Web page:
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Jazz from Africa is in a good place, there are more Jazz, Blues, Latin and World Jazz artists releasing their own albums without assistance from record labels. What is most pleasing about this is many of those albums are of original works with fewer and fewer standards being included. Is this a good thing or not?
In my opinion it is indeed a very good thing because musicians are discovering their own voices and creativity without having to rely on “the standards”. These tunes when recorded are just boring copies of their current favourite artists version of those “jazz standards” often with any real thought and preparation to make and arrange exciting fresh versions of those “standards”. Like I said boring and it will be only family and really good friends will offer high praise for what that musician has recorded. Come now be honest, it has happened to you too.
At All Jazz Radio we make no judgment when we receive albums from musicians from the global village and all tracks from the albums we receive go into our playlist system, it is up to the individual presenters to choose and play those tracks during their shows, or not.
The caveat is however when writing a review about any album we expect the reviewer to be brutally honest and truthful with their opinion, whether they like or dislike the album. Most reviewers only write about the albums they like and disregard those they dislike. Publications, Blogs and Websites don’t publish negative reviews. Is it fair the artists hear nothing about their album from the people, radio stations, publications and bloggers they have sent their CD/LP to? Here at All Jazz Radio we tell it like it is, warts and all, no punches pulled. The only allowance we make is that before we publish, we speak frankly to the artist concerned directly either in person or on the phone about what will be published. Do you agree or disagree? Email us your thoughts, should we publish or not?
Our venerable old AJR person in charge, The Commander of The August Society of Crusty, Grumpy, yet very friendly, Folks Society and Founder of The Fraternal Order of Masticators and Connoisseurs of Squished Berry of the Vine Federation Sippers and our tame, friendly Klutz in the Kitchen continues to scour the interweb for a variety of simple quick, easy and tasty recipes that any Klutz can prepare and create surprising friends and family who had no idea of their secret hard learned new skill set. The Klutz in The Kitchenis then instructed to share the recipes from time to time he also invites guest, Chefs, Cooks, Restaurateurs, Home Cooks and cooking goody suppliers into the studio for informal and interesting chats from time to time. The recipes are shared on in the body of A Blog Supreme and The Klutz In The Kitchen on All Jazz Radio Cape Town South Africa Facebook page then from time to time hitting the streaming airwaves during The Jazz Rendezvous Pinotage, Coffee & Stockvel Show.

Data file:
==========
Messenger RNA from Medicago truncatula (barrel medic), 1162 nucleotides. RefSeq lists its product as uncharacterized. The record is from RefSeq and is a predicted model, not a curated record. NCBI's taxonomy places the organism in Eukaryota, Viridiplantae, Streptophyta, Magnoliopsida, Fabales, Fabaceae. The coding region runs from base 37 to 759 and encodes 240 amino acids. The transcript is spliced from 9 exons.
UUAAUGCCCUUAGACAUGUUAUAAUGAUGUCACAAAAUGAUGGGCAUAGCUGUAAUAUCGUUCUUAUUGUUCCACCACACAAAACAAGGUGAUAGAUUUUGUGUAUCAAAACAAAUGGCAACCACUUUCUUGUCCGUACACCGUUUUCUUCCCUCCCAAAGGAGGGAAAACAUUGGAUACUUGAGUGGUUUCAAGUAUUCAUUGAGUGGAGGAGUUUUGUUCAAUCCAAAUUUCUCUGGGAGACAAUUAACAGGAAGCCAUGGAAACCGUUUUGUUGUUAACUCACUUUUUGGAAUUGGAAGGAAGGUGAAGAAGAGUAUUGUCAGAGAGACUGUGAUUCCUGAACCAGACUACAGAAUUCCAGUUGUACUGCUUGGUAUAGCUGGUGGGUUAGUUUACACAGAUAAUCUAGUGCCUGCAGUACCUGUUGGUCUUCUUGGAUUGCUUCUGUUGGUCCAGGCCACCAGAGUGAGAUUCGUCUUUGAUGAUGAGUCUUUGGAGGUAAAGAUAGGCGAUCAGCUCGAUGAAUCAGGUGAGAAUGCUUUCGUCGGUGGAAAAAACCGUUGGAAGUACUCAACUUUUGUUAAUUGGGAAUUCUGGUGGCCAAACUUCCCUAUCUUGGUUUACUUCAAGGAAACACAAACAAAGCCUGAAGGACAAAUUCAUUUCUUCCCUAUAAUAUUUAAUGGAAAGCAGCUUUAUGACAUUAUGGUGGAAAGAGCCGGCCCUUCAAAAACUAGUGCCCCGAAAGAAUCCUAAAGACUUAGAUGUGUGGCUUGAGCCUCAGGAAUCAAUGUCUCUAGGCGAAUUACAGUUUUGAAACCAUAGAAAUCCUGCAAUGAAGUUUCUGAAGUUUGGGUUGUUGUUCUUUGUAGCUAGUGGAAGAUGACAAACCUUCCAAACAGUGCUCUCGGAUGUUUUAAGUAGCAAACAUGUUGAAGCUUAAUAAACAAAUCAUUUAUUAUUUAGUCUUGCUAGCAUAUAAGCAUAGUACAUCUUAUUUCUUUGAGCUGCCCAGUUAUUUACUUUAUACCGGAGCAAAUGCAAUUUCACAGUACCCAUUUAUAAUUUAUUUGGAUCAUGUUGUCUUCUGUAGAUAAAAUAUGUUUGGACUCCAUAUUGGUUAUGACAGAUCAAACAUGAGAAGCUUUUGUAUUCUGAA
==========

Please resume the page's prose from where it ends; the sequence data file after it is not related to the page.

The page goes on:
A QUOTE & MAYBE A FEW EXTRA FOR LUCK
Jazz stands for freedom. It’s supposed to be the voice of freedom: Get out there and improvise, and take chances, and don’t be a perfectionist – leave that to the classical musicians. Dave Brubeck
THE KLUTZ IN THE KITCHENS RECIPE OF THE WEEK
Roasted Harissa Prawns with Tomatoes and Mushrooms
Here’s a swanky really quick and easy recipe that will stun all lovers, friends and family with your klutz powered cooking skills. Recipe adapted by The Klutz from Mzanzi Style Cuisine
Prep and Cook time 15
Stuff to make it
500g Cleaned jumbo prawns
2 Minced cloves garlic
60 ml Salted butter, melted
80 ml Freshly chopped parsley
250 g Large button mushrooms, peeled
250 ml Cherry tomatoes
Salt and ground black pepper, to season
30 ml Olive oil
Juice of a lime
Baby butter lettuce salad
How to make it
Preheat the oven to 230°C
Turn the prawns on their backs and make a vertical incision down the centre of each prawn without cutting all the way through
Place the prawns on a greased roasting pan. Sprinkle the parsley, salt, pepper and garlic over the prawns. Bake for 8 to 10 minutes. Remove from the oven and pour the lime juice over the prawns
Mix the garlic, harissa paste and butter to form a paste
Rub the mushrooms and tomatoes with salt, black pepper and olive oil and roast in the oven for 10 to 15 minutes Remove from the heat once slightly soft
Plate the mushrooms upside down, place the tomatoes on top, then add a layer of prawns and place a dollop of the garlic, harissa and butter mixture on top
Serve with salad leaves (optional)
NOGGA (Another) QUOTE
All the sounds on the earth are like music. Oscar Hammerstein
IT’S 5 ‘O CLOCK SOMEWHERE DRINKS RECIPE